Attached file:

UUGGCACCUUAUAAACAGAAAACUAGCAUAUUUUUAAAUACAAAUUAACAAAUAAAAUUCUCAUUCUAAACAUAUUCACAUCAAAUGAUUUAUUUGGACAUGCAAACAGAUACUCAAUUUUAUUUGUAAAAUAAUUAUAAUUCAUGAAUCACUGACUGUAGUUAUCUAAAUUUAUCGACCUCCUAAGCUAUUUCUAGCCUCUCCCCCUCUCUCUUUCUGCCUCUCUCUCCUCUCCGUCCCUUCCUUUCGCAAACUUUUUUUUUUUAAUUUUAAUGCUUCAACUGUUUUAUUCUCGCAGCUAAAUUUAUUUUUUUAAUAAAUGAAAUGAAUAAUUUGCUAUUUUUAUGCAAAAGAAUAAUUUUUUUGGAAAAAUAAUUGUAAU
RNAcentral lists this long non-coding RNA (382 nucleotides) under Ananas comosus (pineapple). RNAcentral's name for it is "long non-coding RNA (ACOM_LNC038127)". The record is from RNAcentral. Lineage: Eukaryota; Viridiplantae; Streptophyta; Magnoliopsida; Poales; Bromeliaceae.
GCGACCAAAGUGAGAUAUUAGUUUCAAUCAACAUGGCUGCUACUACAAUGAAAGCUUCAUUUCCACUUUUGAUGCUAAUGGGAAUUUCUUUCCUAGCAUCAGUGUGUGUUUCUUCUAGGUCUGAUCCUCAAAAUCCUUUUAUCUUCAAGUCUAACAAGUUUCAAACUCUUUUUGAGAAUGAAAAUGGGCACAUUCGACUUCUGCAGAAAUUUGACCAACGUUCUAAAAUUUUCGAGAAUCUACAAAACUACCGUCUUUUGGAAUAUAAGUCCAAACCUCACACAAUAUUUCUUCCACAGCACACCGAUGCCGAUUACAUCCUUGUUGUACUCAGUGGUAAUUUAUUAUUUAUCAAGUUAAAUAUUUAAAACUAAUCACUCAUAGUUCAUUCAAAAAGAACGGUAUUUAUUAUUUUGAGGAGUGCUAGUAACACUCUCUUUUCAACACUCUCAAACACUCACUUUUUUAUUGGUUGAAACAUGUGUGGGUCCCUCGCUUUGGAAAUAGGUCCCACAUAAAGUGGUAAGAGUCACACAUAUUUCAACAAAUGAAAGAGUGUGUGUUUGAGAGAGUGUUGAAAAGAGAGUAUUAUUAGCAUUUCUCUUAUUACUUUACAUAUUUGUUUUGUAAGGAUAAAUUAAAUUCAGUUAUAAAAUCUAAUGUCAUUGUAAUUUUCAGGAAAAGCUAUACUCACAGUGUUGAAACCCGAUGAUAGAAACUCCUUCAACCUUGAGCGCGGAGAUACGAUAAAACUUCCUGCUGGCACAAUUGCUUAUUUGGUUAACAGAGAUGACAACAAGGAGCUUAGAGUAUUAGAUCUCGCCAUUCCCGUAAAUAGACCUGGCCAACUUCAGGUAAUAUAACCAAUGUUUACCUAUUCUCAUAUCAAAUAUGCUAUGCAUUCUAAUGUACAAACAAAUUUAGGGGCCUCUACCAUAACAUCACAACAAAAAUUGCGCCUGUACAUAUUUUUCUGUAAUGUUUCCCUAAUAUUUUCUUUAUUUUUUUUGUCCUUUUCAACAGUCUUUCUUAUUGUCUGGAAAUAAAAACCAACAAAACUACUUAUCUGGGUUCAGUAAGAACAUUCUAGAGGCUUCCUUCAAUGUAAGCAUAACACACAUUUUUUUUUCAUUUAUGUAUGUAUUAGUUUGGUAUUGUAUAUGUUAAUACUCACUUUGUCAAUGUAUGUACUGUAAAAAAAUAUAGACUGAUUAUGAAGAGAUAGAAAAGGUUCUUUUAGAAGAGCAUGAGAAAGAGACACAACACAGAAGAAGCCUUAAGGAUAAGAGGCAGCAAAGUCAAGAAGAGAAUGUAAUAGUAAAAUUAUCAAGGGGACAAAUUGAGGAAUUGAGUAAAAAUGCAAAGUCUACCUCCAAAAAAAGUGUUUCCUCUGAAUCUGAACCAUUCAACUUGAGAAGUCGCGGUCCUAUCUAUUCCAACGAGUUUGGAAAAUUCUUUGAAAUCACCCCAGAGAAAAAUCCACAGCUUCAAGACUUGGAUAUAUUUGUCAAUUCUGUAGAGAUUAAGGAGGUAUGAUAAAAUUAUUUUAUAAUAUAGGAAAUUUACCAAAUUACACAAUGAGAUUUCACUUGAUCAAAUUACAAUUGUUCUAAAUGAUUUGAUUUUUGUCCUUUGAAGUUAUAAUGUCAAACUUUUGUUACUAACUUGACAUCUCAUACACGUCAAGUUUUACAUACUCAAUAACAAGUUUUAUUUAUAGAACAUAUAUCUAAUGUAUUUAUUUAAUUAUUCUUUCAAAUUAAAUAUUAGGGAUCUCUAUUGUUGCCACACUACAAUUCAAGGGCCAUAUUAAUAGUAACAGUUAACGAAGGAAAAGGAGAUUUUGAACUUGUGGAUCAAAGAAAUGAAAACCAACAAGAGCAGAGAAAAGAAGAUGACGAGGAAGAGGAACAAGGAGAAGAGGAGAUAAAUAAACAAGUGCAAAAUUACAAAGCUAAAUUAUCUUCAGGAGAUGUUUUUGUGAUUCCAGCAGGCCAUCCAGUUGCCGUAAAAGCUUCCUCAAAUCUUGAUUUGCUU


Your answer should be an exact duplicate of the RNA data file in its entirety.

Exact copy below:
UUGGCACCUUAUAAACAGAAAACUAGCAUAUUUUUAAAUACAAAUUAACAAAUAAAAUUCUCAUUCUAAACAUAUUCACAUCAAAUGAUUUAUUUGGACAUGCAAACAGAUACUCAAUUUUAUUUGUAAAAUAAUUAUAAUUCAUGAAUCACUGACUGUAGUUAUCUAAAUUUAUCGACCUCCUAAGCUAUUUCUAGCCUCUCCCCCUCUCUCUUUCUGCCUCUCUCUCCUCUCCGUCCCUUCCUUUCGCAAACUUUUUUUUUUUAAUUUUAAUGCUUCAACUGUUUUAUUCUCGCAGCUAAAUUUAUUUUUUUAAUAAAUGAAAUGAAUAAUUUGCUAUUUUUAUGCAAAAGAAUAAUUUUUUUGGAAAAAUAAUUGUAAU
RNAcentral lists this long non-coding RNA (382 nucleotides) under Ananas comosus (pineapple). RNAcentral's name for it is "long non-coding RNA (ACOM_LNC038127)". The record is from RNAcentral. Lineage: Eukaryota; Viridiplantae; Streptophyta; Magnoliopsida; Poales; Bromeliaceae.
GCGACCAAAGUGAGAUAUUAGUUUCAAUCAACAUGGCUGCUACUACAAUGAAAGCUUCAUUUCCACUUUUGAUGCUAAUGGGAAUUUCUUUCCUAGCAUCAGUGUGUGUUUCUUCUAGGUCUGAUCCUCAAAAUCCUUUUAUCUUCAAGUCUAACAAGUUUCAAACUCUUUUUGAGAAUGAAAAUGGGCACAUUCGACUUCUGCAGAAAUUUGACCAACGUUCUAAAAUUUUCGAGAAUCUACAAAACUACCGUCUUUUGGAAUAUAAGUCCAAACCUCACACAAUAUUUCUUCCACAGCACACCGAUGCCGAUUACAUCCUUGUUGUACUCAGUGGUAAUUUAUUAUUUAUCAAGUUAAAUAUUUAAAACUAAUCACUCAUAGUUCAUUCAAAAAGAACGGUAUUUAUUAUUUUGAGGAGUGCUAGUAACACUCUCUUUUCAACACUCUCAAACACUCACUUUUUUAUUGGUUGAAACAUGUGUGGGUCCCUCGCUUUGGAAAUAGGUCCCACAUAAAGUGGUAAGAGUCACACAUAUUUCAACAAAUGAAAGAGUGUGUGUUUGAGAGAGUGUUGAAAAGAGAGUAUUAUUAGCAUUUCUCUUAUUACUUUACAUAUUUGUUUUGUAAGGAUAAAUUAAAUUCAGUUAUAAAAUCUAAUGUCAUUGUAAUUUUCAGGAAAAGCUAUACUCACAGUGUUGAAACCCGAUGAUAGAAACUCCUUCAACCUUGAGCGCGGAGAUACGAUAAAACUUCCUGCUGGCACAAUUGCUUAUUUGGUUAACAGAGAUGACAACAAGGAGCUUAGAGUAUUAGAUCUCGCCAUUCCCGUAAAUAGACCUGGCCAACUUCAGGUAAUAUAACCAAUGUUUACCUAUUCUCAUAUCAAAUAUGCUAUGCAUUCUAAUGUACAAACAAAUUUAGGGGCCUCUACCAUAACAUCACAACAAAAAUUGCGCCUGUACAUAUUUUUCUGUAAUGUUUCCCUAAUAUUUUCUUUAUUUUUUUUGUCCUUUUCAACAGUCUUUCUUAUUGUCUGGAAAUAAAAACCAACAAAACUACUUAUCUGGGUUCAGUAAGAACAUUCUAGAGGCUUCCUUCAAUGUAAGCAUAACACACAUUUUUUUUUCAUUUAUGUAUGUAUUAGUUUGGUAUUGUAUAUGUUAAUACUCACUUUGUCAAUGUAUGUACUGUAAAAAAAUAUAGACUGAUUAUGAAGAGAUAGAAAAGGUUCUUUUAGAAGAGCAUGAGAAAGAGACACAACACAGAAGAAGCCUUAAGGAUAAGAGGCAGCAAAGUCAAGAAGAGAAUGUAAUAGUAAAAUUAUCAAGGGGACAAAUUGAGGAAUUGAGUAAAAAUGCAAAGUCUACCUCCAAAAAAAGUGUUUCCUCUGAAUCUGAACCAUUCAACUUGAGAAGUCGCGGUCCUAUCUAUUCCAACGAGUUUGGAAAAUUCUUUGAAAUCACCCCAGAGAAAAAUCCACAGCUUCAAGACUUGGAUAUAUUUGUCAAUUCUGUAGAGAUUAAGGAGGUAUGAUAAAAUUAUUUUAUAAUAUAGGAAAUUUACCAAAUUACACAAUGAGAUUUCACUUGAUCAAAUUACAAUUGUUCUAAAUGAUUUGAUUUUUGUCCUUUGAAGUUAUAAUGUCAAACUUUUGUUACUAACUUGACAUCUCAUACACGUCAAGUUUUACAUACUCAAUAACAAGUUUUAUUUAUAGAACAUAUAUCUAAUGUAUUUAUUUAAUUAUUCUUUCAAAUUAAAUAUUAGGGAUCUCUAUUGUUGCCACACUACAAUUCAAGGGCCAUAUUAAUAGUAACAGUUAACGAAGGAAAAGGAGAUUUUGAACUUGUGGAUCAAAGAAAUGAAAACCAACAAGAGCAGAGAAAAGAAGAUGACGAGGAAGAGGAACAAGGAGAAGAGGAGAUAAAUAAACAAGUGCAAAAUUACAAAGCUAAAUUAUCUUCAGGAGAUGUUUUUGUGAUUCCAGCAGGCCAUCCAGUUGCCGUAAAAGCUUCCUCAAAUCUUGAUUUGCUU